We use the Weather Research and Forecasting (WRF) model to generate coarse-grid climate predictions. The WRF model is a numerical weather prediction system designed to serve both atmospheric research and operational forecasting needs. It has been “urbanized” via the inclusion of empirical urban canopy parameterizations. Recently the urban canopy parameterizations have been coupled with building energy models to enable the estimation of the buildings’ energy use. The results of a WRF simulation can be interpreted directly or provide boundary conditions for a micro-scale CFD model such as PALM-4U.
WRF incorporates, among other modules, a fully coupled land surface model to simulate column land surface processes: WRF model results of atmospheric conditions, short-wave/long-wave radiation, and precipitation are used to update the land state, which in turn influences the WRF simulation of atmospheric conditions. Over urban areas, an urban canopy parameterization will be invoked to properly account for urban morphological and thermo-physical features. Given the critical importance of soil moisture conditions in most European cities, we improve the standard implementation of WRF by incorporating the uncoupled high-resolution land data assimilation system (HRLDAS) in order to initialize the land state variables. The HRLDAS simulation time required to reach equilibrium can exceed one year, which makes it practically impossible to couple the HRLDAS with the computationally intensive WRF atmospheric model.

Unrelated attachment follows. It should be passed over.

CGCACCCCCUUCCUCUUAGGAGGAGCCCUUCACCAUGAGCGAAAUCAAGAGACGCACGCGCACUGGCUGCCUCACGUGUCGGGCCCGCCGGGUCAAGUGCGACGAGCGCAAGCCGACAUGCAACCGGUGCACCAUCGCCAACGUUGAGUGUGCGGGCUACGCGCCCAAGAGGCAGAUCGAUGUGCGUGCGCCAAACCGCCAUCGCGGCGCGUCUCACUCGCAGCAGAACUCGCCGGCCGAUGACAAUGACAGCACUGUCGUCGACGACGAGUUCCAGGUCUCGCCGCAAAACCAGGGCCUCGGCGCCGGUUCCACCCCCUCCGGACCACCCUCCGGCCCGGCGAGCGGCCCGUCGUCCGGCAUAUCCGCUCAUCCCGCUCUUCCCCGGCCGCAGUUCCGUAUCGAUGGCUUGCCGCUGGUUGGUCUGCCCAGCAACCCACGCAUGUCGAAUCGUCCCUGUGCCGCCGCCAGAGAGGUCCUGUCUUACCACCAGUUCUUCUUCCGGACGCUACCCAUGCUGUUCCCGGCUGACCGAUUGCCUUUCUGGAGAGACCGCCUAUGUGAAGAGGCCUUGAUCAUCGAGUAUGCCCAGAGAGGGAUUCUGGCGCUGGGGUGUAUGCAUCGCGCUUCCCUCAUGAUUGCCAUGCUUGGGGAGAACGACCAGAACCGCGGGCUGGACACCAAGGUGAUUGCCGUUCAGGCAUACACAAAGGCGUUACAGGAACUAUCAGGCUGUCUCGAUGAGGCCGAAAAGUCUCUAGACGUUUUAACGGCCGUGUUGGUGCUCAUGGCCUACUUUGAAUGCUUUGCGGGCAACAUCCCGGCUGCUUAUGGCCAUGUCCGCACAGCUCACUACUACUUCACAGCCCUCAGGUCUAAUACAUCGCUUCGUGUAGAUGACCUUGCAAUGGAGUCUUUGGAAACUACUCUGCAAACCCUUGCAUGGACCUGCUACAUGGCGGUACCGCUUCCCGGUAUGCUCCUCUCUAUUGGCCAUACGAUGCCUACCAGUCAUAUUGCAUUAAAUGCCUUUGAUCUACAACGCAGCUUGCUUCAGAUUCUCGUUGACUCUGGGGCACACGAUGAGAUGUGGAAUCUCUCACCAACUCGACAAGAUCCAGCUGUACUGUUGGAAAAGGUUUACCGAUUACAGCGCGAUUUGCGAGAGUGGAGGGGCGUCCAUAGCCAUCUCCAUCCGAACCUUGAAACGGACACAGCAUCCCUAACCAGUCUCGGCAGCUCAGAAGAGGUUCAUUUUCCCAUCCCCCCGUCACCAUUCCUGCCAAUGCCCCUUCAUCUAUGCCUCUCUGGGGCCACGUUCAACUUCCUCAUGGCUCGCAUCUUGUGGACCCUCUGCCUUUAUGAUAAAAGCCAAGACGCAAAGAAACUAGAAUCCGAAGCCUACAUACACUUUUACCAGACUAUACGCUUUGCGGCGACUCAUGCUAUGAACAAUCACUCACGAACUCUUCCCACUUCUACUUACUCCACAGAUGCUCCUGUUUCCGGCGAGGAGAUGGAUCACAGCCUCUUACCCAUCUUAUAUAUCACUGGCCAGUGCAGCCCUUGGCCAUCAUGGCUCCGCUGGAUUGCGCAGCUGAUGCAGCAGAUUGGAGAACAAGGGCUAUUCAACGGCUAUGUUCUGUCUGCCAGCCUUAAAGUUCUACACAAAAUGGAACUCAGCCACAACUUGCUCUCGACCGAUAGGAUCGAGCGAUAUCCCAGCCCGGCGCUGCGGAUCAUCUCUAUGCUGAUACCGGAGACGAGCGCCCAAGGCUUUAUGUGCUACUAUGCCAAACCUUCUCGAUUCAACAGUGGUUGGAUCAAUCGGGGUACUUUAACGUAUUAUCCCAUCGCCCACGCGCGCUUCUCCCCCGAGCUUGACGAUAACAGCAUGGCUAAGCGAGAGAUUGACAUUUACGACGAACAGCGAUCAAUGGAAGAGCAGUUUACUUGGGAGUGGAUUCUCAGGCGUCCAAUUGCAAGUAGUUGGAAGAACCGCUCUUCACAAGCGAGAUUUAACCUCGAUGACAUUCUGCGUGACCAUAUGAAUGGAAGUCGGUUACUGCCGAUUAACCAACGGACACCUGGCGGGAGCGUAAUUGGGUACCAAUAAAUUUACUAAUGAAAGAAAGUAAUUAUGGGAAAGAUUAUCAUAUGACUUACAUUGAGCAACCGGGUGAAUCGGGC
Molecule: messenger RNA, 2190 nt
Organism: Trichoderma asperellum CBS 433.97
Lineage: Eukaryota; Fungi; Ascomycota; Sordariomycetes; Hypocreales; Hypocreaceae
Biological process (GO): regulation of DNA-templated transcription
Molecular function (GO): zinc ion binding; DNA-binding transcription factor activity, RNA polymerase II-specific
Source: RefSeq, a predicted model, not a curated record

Two off-shoots of WRF, significant to urban climate studies, are WRF-Chem and WRF-Hydro. WRF-Hydro can simulate floods, hydrological states and spatial distribution of water resources. It is a physics-based hydro-meteorological model that receives meteorological forcing (land surface states and fluxes) from WRF. WRF-Hydro using assimilated precipitation based on WRF achieves generally satisfactory results for flood forecasting. WRF-Hydro output can inform decision makers on location, timing and duration of inundations while fully accounting for landscape dynamics. WRF-Chem can simulate meteorological conditions together with air pollutant concentrations, with a focus on Nitrogen oxides, particulate matter and Ozone (O3). To create WRF-Chem, various gas-phase chemistry and aerosol mechanisms have been added to the base WRF model. One important application of WRF-Chem in an urban setting is the simulation of near-surface atmospheric concentreations of Ozone. Ozone present in in urban areas is, in large part, a secondary pollutant produced in the presence of precursors such as nitrogen oxide and carbon monoxide. The urban production of Ozone is driven by intense photochemical activity and the prevailing urban micro-climatic conditions.